Friday, April 28, 2006

Rush Makes A Deal

(Via Palm Beach Post)

WEST PALM BEACH, Fla. — Rush Limbaugh was arrested Friday on a prescription fraud charge after reaching a deal with prosecutors that will see the single count dismissed if he continues treatment and doesn't violate the law, Limbaugh's attorney said.

The subject of a three-year investigation, Limbaugh surrendered to authorities on a warrant charging him with fraud to conceal information to obtain prescriptions, said Teri Barbera, a spokeswoman for the Palm Beach Sheriff's Office.

The 55-year-old conservative radio commentator came into the jail at about 4 p.m. with his attorney Roy Black and left an hour later after being photographed and fingerprinted. He posted $3,000 bail, Barbera said.

"He just kind of came in and he left," Barbera said.

Black said his client and prosecutors reached a settlement on a charge of doctor shopping that will be filed Monday by the Palm Beach County State Attorney's Office. According to the warrant, sometime between February and August 2003, Limbaugh withheld information from a medical practitioner from whom he sought to obtain a controlled substance or a prescription that he also had received medications from another physician.

Under the terms of the deal, called a pretrial diversion, Limbaugh will be cleared of the charge and a trial won't take place if he continues drug treatment with the same doctor he has seen for the past 2 1/2 years and refrains from violating any laws, Black said.

As a formality, Limbaugh entered a plea of not guilty on the charge, said the commentator's spokesman Tony Knight.

Limbaugh has maintained his innocence throughout the investigation.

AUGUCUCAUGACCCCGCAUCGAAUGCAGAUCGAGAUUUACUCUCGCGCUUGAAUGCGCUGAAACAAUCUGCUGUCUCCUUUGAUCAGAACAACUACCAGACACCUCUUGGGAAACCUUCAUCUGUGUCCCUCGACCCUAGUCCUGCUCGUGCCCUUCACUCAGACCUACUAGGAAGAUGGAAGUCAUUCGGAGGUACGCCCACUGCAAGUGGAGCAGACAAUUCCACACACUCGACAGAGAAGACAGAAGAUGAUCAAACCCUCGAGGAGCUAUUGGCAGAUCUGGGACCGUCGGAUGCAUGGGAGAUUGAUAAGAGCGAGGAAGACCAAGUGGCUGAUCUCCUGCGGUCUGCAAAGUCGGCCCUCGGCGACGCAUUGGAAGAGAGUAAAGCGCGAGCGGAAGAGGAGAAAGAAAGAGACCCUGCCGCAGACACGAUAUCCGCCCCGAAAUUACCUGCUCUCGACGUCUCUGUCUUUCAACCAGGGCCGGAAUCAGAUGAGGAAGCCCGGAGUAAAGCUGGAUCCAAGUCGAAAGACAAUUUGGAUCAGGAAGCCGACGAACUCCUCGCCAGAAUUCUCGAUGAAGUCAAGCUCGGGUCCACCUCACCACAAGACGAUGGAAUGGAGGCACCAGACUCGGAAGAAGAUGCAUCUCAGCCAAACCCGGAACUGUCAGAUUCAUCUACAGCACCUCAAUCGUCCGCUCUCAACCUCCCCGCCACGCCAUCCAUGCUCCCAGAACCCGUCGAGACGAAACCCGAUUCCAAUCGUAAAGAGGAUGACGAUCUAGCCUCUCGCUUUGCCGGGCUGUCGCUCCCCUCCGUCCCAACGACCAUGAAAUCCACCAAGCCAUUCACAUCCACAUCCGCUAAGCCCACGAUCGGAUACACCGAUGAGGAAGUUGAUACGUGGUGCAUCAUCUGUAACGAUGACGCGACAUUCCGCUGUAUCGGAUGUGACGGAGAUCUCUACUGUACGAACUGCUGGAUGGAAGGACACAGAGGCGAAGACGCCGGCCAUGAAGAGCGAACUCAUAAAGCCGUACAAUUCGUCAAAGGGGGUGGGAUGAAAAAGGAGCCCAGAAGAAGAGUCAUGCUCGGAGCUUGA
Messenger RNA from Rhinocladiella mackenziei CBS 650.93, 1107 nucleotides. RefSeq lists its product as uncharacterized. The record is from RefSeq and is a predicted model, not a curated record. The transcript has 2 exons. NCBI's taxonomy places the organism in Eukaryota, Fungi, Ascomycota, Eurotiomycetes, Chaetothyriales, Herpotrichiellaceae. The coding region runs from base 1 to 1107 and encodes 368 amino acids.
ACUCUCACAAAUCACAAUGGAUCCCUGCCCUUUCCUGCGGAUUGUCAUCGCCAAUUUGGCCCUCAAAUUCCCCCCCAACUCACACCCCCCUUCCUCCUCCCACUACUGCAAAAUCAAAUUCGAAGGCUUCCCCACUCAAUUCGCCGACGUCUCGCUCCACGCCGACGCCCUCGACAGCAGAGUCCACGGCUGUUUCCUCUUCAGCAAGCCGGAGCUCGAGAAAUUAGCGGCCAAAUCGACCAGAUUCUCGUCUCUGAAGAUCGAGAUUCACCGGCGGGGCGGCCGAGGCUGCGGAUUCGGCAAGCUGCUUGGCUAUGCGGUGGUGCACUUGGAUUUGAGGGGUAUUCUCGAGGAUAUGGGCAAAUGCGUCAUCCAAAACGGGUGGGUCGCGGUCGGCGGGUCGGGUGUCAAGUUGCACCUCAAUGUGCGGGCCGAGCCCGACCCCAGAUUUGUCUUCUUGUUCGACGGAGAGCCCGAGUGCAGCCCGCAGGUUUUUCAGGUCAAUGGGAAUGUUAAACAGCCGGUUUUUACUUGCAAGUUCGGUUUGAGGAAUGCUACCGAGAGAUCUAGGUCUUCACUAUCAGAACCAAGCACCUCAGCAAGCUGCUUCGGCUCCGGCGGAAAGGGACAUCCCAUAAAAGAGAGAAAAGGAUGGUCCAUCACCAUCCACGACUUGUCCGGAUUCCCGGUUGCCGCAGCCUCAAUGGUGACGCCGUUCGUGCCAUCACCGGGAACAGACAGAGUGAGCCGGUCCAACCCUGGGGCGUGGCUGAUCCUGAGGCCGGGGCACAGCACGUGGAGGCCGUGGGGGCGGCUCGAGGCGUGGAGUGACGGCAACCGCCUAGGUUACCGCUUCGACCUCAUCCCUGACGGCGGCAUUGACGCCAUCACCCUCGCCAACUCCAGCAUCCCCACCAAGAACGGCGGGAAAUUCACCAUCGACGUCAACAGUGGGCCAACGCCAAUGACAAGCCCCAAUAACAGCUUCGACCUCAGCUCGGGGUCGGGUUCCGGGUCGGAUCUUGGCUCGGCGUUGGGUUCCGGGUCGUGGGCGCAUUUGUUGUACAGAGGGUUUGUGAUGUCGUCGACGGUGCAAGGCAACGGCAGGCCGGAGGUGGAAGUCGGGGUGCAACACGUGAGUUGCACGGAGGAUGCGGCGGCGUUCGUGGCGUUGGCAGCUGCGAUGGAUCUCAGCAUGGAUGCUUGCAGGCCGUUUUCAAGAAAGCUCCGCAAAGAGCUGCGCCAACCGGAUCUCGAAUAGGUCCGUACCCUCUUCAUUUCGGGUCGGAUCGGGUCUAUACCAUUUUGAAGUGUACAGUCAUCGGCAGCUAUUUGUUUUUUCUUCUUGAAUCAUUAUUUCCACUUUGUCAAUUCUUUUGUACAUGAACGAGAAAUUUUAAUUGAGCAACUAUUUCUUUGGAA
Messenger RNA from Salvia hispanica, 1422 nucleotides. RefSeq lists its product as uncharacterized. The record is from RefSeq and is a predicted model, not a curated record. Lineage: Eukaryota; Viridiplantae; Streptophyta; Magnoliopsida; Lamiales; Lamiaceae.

Of course, Brian Skoloff of the Associated Press and the author of this piece, can't stop with just the facts of the case, he dredges the bottom of the pond and makes the hypocrite argument:

But before his own problems became public, Limbaugh had decried drug use and abuse and mocked President Clinton for saying he had not inhaled when he tried marijuana. He often made the case that drug crimes deserve punishment.

"Drug use, some might say, is destroying this country. And we have laws against selling drugs, pushing drugs, using drugs, importing drugs. ... And so if people are violating the law by doing drugs, they ought to be accused and they ought to be convicted and they ought to be sent up," Limbaugh said on his short-lived television show on Oct. 5, 1995.

During the same show, he commented that the statistics that show blacks go to prison more often than whites for the same drug offenses only illustrate that "too many whites are getting away with drug use."

I'll concede the point that drug abuse is in fact drug abuse whether or not the drug is prescription or illegal. But whether it be Rush Limbaugh or Harry Reid, I would tend to have more sympathy for someone acquiring prescription painkillers to treat pain than I would a drug addict acquiring drugs solely for the purpose of getting high. I'm not condoning either, I'm just saying that I can make that distinction.

As far as the deal goes, he continues to receive the same treatment with the same doctor who has been treating him for the last couple of years, he still pleads not guilty, pays a $30,000 fine to offset court costs, and in 18 months the slate is wiped clean. Or as commenter Scott at Outside the Beltway noted:

If the prosecutor had any case at all, he would not be cutting a deal. This is clearly a face-saving measure for the benefit of the prosecutor, whose prosecution was politically motivated to begin with.

Rush won.

In short, he gets his life back and puts an unfortunate episode in his life behind him.

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